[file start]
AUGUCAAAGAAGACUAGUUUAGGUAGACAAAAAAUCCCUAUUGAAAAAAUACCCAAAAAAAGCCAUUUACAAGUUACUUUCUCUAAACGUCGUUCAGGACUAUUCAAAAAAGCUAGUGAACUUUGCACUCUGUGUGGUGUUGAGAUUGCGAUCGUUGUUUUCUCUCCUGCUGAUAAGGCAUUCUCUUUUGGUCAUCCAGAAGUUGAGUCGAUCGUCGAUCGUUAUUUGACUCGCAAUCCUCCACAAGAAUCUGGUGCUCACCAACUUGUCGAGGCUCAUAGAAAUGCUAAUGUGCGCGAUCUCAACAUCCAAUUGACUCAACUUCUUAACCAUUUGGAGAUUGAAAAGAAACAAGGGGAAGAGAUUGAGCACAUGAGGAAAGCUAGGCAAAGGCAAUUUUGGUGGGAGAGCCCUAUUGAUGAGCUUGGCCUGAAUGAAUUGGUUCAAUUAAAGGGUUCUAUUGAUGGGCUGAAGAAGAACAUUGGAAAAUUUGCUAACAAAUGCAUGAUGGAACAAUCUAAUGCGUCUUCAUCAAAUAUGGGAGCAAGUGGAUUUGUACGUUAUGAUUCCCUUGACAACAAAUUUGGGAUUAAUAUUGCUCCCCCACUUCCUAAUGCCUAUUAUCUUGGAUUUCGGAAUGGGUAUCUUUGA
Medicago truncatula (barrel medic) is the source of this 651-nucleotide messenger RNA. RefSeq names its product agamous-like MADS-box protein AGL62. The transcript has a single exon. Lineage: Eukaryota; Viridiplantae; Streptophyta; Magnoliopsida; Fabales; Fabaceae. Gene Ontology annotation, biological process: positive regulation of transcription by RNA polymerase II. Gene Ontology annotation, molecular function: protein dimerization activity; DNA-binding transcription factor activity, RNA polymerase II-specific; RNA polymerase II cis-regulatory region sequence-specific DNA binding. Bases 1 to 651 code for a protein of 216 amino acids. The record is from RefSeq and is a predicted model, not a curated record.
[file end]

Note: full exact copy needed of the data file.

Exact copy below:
AUGUCAAAGAAGACUAGUUUAGGUAGACAAAAAAUCCCUAUUGAAAAAAUACCCAAAAAAAGCCAUUUACAAGUUACUUUCUCUAAACGUCGUUCAGGACUAUUCAAAAAAGCUAGUGAACUUUGCACUCUGUGUGGUGUUGAGAUUGCGAUCGUUGUUUUCUCUCCUGCUGAUAAGGCAUUCUCUUUUGGUCAUCCAGAAGUUGAGUCGAUCGUCGAUCGUUAUUUGACUCGCAAUCCUCCACAAGAAUCUGGUGCUCACCAACUUGUCGAGGCUCAUAGAAAUGCUAAUGUGCGCGAUCUCAACAUCCAAUUGACUCAACUUCUUAACCAUUUGGAGAUUGAAAAGAAACAAGGGGAAGAGAUUGAGCACAUGAGGAAAGCUAGGCAAAGGCAAUUUUGGUGGGAGAGCCCUAUUGAUGAGCUUGGCCUGAAUGAAUUGGUUCAAUUAAAGGGUUCUAUUGAUGGGCUGAAGAAGAACAUUGGAAAAUUUGCUAACAAAUGCAUGAUGGAACAAUCUAAUGCGUCUUCAUCAAAUAUGGGAGCAAGUGGAUUUGUACGUUAUGAUUCCCUUGACAACAAAUUUGGGAUUAAUAUUGCUCCCCCACUUCCUAAUGCCUAUUAUCUUGGAUUUCGGAAUGGGUAUCUUUGA
Medicago truncatula (barrel medic) is the source of this 651-nucleotide messenger RNA. RefSeq names its product agamous-like MADS-box protein AGL62. The transcript has a single exon. Lineage: Eukaryota; Viridiplantae; Streptophyta; Magnoliopsida; Fabales; Fabaceae. Gene Ontology annotation, biological process: positive regulation of transcription by RNA polymerase II. Gene Ontology annotation, molecular function: protein dimerization activity; DNA-binding transcription factor activity, RNA polymerase II-specific; RNA polymerase II cis-regulatory region sequence-specific DNA binding. Bases 1 to 651 code for a protein of 216 amino acids. The record is from RefSeq and is a predicted model, not a curated record.